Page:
A year before my graduation in 2009, I have joined a group of students and instructors to establish a newspaper empowered by youth. The main aim was to create a new media outlet unlike the mainstream media that are affiliated to political parties. It is supposed to be unbiased and powered by diversified editorial board. It was issued the week prior to the 2009 parliamentary elections in Lebanon.
We discussed ideas. My idea was to highlight the minorities in Lebanon and whom they are going to vote for.
I was interested in minorities and their rights. But I was interested strongly in the Jewish community, that once resided in Lebanon, before the civil war. My knowledge on this issue was too little and insignificant; and I assume it is the same as my counterparts fellows.
Anyway, I am posting my article down here.
However, I will be writing another post on my experience in this issue …
Lebanon is famous for its religious diversity, with 18 sects living within its 10,425 km². However, one of its most controversial sects is witnessing its decline unless their rights are restored.
It is known that Lisa Khodor Nahmoud is not the last native Jew in Lebanon, however dozens of them who live in Mount Lebanon and some Christian neighborhoods refuse to declare their religious views due to political and security concerns. She might not be the ideal one to represent the Lebanese Jews, but she is the only one that accepts to speak publicly to the media.
Lisa lives in Hayy el Yahoud (nowadays Wadi Abu Jmil), a poor neighborhood amongst the fancy buildings of downtown Beirut. She lives in an old building and shares her home with her cats.
“Habibi, why are you mad? Are you starving, habibi?” She talks to her cats.
Two things would hit your mind when you see and talk to Lisa: her lovely face and her accent. She puts on a lot of make-up and tints her hair monthly, and her accent clearly has a Syrian flavor.
Lisa never got married. She once fell in love with a man whose sect differs from hers, but her family was very upset. Then, the civil war broke out: “there was no place for love then!”
During the war she was afraid of being kidnapped. She burned all her belongings, especially those which showed her religion. “I had nothing from the past, and I preferred nothing could prove that I am a Jew. After the Lebanese state omitted the religious status from identity cards, I made one!”
She refuses to go to Israel: “I am not Israeli, and I won’t go to Israel in my life. Here I was brought up and here I shall die,” Lisa said. She feels annoyed when someone describes her as “the last Israeli in Wadi Abu Jmil”.
In Lebanon, where there is insignificant information about the Jews, most people think that there is no difference between a Jew and Israeli. “I never heard of any existence of a Jewish community in Lebanon, but I think we have to deal carefully with them,” said Nader Saleh, a 32-year-old engineer.
Despite their concerns, however, the Jews are not the only ones stereotyped according to their beliefs, with each sect considered an ally of particular foreign countries. Jews are considered affiliated with Israel as Shiite are affiliated with Iran and the Sunni with Saudi Arabia. But like all stereotypes, they are largely false.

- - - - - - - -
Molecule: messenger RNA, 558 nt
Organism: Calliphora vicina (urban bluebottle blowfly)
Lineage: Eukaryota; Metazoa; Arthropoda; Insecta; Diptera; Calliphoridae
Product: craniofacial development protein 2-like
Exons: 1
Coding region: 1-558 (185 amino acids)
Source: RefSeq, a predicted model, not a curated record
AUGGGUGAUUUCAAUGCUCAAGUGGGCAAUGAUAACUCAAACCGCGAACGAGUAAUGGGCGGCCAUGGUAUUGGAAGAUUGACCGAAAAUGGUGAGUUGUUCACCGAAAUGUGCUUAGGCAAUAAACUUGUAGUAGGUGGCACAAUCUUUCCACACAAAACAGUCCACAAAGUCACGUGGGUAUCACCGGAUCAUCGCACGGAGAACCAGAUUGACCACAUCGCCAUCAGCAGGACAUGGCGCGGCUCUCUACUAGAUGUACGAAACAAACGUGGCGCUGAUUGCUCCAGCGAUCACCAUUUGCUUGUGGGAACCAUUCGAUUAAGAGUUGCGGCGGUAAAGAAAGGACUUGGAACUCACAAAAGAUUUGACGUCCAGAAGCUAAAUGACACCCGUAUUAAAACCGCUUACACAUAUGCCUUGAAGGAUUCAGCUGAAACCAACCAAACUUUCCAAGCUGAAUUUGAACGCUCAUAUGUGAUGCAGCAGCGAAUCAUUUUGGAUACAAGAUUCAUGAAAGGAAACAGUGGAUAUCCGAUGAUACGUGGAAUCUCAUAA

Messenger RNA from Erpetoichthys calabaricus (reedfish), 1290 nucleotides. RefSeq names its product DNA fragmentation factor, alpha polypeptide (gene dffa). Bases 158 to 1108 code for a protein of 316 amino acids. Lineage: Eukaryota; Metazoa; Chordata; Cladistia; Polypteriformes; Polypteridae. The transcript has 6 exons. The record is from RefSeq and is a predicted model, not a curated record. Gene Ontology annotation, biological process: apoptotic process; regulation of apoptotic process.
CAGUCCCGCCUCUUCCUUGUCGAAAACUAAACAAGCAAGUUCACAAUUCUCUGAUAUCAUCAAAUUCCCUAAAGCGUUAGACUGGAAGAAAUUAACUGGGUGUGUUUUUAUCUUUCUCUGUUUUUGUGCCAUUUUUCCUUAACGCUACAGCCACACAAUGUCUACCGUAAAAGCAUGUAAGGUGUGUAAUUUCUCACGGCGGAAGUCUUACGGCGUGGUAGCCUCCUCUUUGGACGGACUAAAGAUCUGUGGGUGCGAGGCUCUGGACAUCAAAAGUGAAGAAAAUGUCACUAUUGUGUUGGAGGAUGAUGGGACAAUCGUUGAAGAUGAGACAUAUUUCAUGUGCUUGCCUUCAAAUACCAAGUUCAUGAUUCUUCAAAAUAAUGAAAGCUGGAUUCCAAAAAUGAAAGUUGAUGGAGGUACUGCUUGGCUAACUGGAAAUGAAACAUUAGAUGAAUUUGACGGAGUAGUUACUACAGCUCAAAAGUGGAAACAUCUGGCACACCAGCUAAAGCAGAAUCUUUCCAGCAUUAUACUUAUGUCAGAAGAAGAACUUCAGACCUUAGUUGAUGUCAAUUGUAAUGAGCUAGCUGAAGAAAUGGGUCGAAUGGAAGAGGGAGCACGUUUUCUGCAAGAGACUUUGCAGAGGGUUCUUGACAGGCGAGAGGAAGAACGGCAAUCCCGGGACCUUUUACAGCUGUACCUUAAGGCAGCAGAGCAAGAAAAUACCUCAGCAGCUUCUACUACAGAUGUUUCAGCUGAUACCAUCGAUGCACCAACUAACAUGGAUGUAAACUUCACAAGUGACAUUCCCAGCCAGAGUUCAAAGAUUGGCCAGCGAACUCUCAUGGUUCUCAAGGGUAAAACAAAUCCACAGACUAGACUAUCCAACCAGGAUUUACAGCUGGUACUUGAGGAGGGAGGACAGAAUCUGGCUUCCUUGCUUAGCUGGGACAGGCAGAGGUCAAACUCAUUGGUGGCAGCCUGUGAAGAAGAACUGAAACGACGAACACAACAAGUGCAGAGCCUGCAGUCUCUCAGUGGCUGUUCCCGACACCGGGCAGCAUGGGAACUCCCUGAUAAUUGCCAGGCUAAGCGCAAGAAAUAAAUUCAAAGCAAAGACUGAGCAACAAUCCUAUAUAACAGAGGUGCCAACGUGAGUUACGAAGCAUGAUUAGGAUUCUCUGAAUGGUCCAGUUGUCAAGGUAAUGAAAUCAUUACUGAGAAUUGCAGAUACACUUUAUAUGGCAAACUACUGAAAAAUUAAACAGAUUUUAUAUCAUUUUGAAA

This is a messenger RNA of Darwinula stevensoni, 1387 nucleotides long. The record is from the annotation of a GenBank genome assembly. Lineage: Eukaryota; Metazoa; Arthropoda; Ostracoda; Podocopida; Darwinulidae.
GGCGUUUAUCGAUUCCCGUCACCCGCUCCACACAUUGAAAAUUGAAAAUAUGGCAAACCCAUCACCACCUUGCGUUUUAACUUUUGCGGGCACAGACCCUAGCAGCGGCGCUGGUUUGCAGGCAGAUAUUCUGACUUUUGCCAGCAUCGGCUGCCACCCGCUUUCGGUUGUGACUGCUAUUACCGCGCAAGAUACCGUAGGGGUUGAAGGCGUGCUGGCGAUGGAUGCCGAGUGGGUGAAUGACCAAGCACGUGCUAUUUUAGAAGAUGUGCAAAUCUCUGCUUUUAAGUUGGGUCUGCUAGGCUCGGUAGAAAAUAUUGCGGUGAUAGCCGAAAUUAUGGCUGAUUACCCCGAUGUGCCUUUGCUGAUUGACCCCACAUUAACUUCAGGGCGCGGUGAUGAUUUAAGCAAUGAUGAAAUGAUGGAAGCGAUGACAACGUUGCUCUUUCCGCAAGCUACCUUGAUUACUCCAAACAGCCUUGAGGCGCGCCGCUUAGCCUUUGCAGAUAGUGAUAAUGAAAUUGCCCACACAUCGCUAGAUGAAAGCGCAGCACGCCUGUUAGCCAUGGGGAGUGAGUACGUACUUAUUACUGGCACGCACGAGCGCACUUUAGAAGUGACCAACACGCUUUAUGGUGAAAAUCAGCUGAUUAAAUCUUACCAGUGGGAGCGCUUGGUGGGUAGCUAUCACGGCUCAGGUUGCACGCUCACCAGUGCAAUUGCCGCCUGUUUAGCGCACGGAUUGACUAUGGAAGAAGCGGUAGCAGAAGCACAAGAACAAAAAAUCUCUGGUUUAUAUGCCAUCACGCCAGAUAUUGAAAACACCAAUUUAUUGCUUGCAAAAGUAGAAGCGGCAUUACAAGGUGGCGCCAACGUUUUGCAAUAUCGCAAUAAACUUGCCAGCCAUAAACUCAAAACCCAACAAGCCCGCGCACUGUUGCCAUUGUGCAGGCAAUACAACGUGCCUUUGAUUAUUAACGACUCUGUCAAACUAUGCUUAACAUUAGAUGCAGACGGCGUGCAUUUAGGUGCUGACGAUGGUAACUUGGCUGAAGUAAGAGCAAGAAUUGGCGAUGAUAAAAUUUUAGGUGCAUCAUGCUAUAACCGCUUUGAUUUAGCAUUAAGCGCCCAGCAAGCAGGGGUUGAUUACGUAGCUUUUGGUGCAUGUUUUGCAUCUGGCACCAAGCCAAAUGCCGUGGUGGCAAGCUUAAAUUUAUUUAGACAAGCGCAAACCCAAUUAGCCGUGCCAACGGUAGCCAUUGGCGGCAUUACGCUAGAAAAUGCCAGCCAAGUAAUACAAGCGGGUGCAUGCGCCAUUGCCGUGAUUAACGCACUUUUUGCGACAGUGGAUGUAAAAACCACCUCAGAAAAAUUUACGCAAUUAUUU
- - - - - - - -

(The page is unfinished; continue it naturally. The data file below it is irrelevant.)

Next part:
The Jewish community in Lebanon is much older than the State of Israel. “The Jewish community in Lebanon didn’t decrease as it has been mentioned in different media outlets” said Dr. Kirsten Schulze, specialized in Political Science and the Arab-Israel conflict in London School of Economics and Political Science.
“After 1948, the number of Jews [in Lebanon] increased through Syrian and Iraqi Jewish refugees, since Syria and Iraq adopted anti-Jewish policies after the creation of Israel. Many of them fled to Lebanon where the state had no anti-Jewish policies and there were no inter-communal tensions.”
In her book: “The Jews of Lebanon: Between Coexistence and Conflict”, Schulze takes the position that the number of Jews changed during the 1920s and the 1980s for different reasons: “Before the establishment of the State of Israel there were around 8,000 Lebanese Jews. The community reached its height right before the 1958 civil war at around 14,000. After the war, the Iraqi and Syrian Jews left Lebanon because of the instability, but the Lebanese Jews stayed and the community was again around 7-8,000. Then between August 1967 and 1970 around 3,000 Lebanese Jews left as they saw Lebanon change with the influx of Palestinian refugees and then guerrillas. They were worried about the increasing Christian-Muslim tensions. Most of the rest left in 1975-76 when the second civil war broke out.”
The Jewish community had three synagogues in Lebanon: Beirut, Deir el Qamar, and Sidon. The most famous one is Magen Abraham synagogue located in Beirut Central District.
“The synagogue was not destroyed by the Israelis,” said Schulze. “It is still there. It took a hit during one of the Israeli air raids in 1982 and part of the roof collapsed.”
Efforts to reconstruct the synagogue face financial problems. The Jewish community in Lebanon is responsible for looking after the needs of the community, but the community is small. Isaac Arazi, the head of the community in Lebanon, could not be reached for this story, which is not surprising considering how disconnected they are.